A team of Ugandan women offer seven practical tips for engaging with another culture that might not be obvious to many travelers. See what you think about their list.
“1. What picture are you painting?
When you snap a photo or video, ask yourself if you are contributing to harmful stereotypes about the country and culture you are visiting OR are your photos and videos challenging the narrative? We don’t need you to come take photos of our poverty any more than you need us to go into your country and take pictures of your rural or urban poverty. Try to stick to pictures of landscapes, food, and cultural experiences. DO NOT under any circumstances photograph people without their permission.
2. Would you want someone doing it to your family or in your community?
If you must photograph people in the country you’re visiting, make sure you are honoring the basic dignity and worth they deserve. Do not photograph ‘dirty’ children with torn clothing. We know you didn’t ask to take that picture because no parent or caregiver would want their child photographed in such a way. ALWAYS ASK PERMISSION and do not photograph people you have not even bothered to have a conversation with. People are people, not tourist attractions. Be very careful with the images of children. It should go without saying…but NO NUDITY (We’ve seen many tourists, volunteers and missionaries post naked photos of other people’s children!!!).
3. Be aware of power dynamics.
Many of the “developing countries” you visit have been colonized and are still very much influenced by the legacy colonialism has left. This means certain skin colors, religions and/or passports are regarded more highly, with far more privilege. Some may be ignored or even rejected while others will be honored as a guest or celebrated more than you should be. Don’t let this go to your head.
4. Watch your language.
How are you speaking about the countries and cultures you are visiting? Remember that language is powerful. When you go home and tell people about your travels, are you sharing stories that confirm or challenge the stereotypes they may hold of that country? If you met people, rather than focusing on communicating what they were lacking, try talking about all of the things they did have — culture, customs, spirituality, dance, music, resourcefulness… switching up language from “third world” to “overexploited” can make room for important dialogue.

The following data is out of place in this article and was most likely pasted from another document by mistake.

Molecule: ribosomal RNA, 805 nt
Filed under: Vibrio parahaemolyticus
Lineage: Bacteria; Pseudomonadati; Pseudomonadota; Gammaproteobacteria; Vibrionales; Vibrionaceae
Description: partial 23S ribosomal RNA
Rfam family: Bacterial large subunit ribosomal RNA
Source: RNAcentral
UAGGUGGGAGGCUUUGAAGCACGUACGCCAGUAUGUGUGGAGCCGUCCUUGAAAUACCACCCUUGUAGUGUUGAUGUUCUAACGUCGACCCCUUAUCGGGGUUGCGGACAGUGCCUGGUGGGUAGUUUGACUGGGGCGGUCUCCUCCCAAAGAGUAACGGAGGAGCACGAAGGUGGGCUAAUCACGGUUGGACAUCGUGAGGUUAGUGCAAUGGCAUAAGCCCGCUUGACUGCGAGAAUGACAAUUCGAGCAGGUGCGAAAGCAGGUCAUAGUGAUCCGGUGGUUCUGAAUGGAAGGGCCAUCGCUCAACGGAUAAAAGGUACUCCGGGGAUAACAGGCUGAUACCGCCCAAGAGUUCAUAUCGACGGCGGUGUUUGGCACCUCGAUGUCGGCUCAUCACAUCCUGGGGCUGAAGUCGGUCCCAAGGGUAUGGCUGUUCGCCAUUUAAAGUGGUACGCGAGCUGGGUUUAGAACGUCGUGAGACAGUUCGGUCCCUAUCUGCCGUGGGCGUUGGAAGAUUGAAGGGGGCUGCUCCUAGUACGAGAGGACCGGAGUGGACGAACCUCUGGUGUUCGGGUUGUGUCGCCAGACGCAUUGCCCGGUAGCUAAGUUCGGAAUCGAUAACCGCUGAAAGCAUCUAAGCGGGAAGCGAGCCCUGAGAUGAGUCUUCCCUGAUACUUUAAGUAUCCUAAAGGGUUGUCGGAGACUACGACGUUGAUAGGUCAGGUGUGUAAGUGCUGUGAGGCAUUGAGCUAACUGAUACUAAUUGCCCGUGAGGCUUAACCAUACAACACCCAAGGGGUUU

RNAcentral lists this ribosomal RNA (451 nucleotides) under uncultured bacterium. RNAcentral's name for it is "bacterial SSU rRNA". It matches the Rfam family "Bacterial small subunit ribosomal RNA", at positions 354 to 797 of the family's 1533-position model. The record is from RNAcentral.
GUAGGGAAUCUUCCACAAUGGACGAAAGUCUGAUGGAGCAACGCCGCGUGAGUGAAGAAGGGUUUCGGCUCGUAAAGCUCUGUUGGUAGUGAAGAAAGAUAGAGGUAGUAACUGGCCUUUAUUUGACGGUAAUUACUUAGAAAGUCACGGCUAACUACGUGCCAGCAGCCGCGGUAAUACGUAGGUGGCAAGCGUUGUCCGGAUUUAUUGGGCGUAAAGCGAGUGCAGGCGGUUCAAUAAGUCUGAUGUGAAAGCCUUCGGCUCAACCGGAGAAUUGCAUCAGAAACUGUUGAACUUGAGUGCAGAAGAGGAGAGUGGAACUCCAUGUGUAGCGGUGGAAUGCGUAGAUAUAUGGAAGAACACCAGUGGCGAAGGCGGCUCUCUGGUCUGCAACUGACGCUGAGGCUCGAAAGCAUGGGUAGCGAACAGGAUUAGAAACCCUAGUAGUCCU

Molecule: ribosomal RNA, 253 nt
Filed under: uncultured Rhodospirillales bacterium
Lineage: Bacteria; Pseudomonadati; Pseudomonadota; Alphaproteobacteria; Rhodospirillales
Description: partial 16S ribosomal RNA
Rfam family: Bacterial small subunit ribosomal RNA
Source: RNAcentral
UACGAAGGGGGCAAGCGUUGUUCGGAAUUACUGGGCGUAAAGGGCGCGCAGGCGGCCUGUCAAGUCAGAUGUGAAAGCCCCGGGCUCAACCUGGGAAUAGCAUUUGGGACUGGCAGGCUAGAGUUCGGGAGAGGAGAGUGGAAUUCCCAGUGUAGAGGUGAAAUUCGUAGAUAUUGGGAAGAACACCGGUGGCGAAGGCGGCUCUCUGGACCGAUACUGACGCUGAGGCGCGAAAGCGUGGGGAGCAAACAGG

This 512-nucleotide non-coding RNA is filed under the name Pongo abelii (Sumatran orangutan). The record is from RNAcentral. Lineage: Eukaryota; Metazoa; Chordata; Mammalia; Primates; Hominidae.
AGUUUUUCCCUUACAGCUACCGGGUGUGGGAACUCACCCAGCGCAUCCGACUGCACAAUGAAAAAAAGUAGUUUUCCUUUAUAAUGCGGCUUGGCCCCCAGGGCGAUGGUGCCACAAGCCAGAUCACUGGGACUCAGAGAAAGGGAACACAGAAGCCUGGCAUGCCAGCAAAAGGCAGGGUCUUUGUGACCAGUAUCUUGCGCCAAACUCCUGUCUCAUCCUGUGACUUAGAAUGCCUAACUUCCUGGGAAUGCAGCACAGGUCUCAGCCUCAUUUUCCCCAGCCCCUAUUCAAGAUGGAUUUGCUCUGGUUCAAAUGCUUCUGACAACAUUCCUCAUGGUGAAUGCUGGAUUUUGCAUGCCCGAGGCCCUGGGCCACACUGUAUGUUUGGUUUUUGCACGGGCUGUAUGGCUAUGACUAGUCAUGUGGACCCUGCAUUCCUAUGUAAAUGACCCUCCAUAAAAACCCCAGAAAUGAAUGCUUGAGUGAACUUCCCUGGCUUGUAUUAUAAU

5. You are a guest.
Whether you are traveling for a few days, weeks, months or years, you are a guest in the culture you are spending time in. It is common to hear from local people how rude and entitled foreign nationals come across. Most of us will not tell you this because we aren’t used to being invited to open up and share such things… but I promise you, these experiences are real and unending. Please remember you’re not more entitled to our country and culture than we are to yours.
6. Support the local economy.
Often times you will have the option of supporting businesses run by people from all backgrounds and nationalities. Prioritize supporting businesses run by people native to the country you are visiting. For example, if you have the option of staying at a guest house run by a Dutch guy or a Ugandan woman, a direct way to support the economy is supporting businesses run by national business women and men (*not saying don’t support other business — just reminding you this is a great way to help contribute to the local economy)
7. Think before volunteering.
What is the long term impact of painting that classroom, handing out food for an afternoon or holding babies in an orphanage for 2 days? Ask yourself if you have a specific skill-set or expertise that is highly valuable to the community you are traveling to. If you are unsure at all, we highly suggest spending time learning those working in the community long term. It’s impossible to be a good volunteer without actually understanding the needs of the community.”
Be encouraged by the last line, “If you are unsure at all, we highly suggest spending time learning from those working in the community long term. It’s impossible to be a good volunteer without actually understanding the needs of the community.” The purpose of 127 GO Teams is just that– to learn from effective local leaders. You won’t know everything before you visit, and you won’t learn everything on the ground in just a couple weeks. 127 GO Teams are designed to be merely one step in partnering with the global church to empower vulnerable communities. With a strong dose of humility and willingness to lay aside your own expectations, a GO Team can be an important step in your development as a thoughtful, global Christian engaged in the mission of God and the building up of 127 partner ministries.
- How do their pragmatic suggestions align with 127’s “ministry of presence” ethic and the humility with which we all should approach working with vulnerable communities?
- Did anything in this list surprise you? What had you not considered before, and how has it shaped the way you think about entering another country?
- Can you think of other important ways that we can practically preserve human dignity while visiting a 127 partner?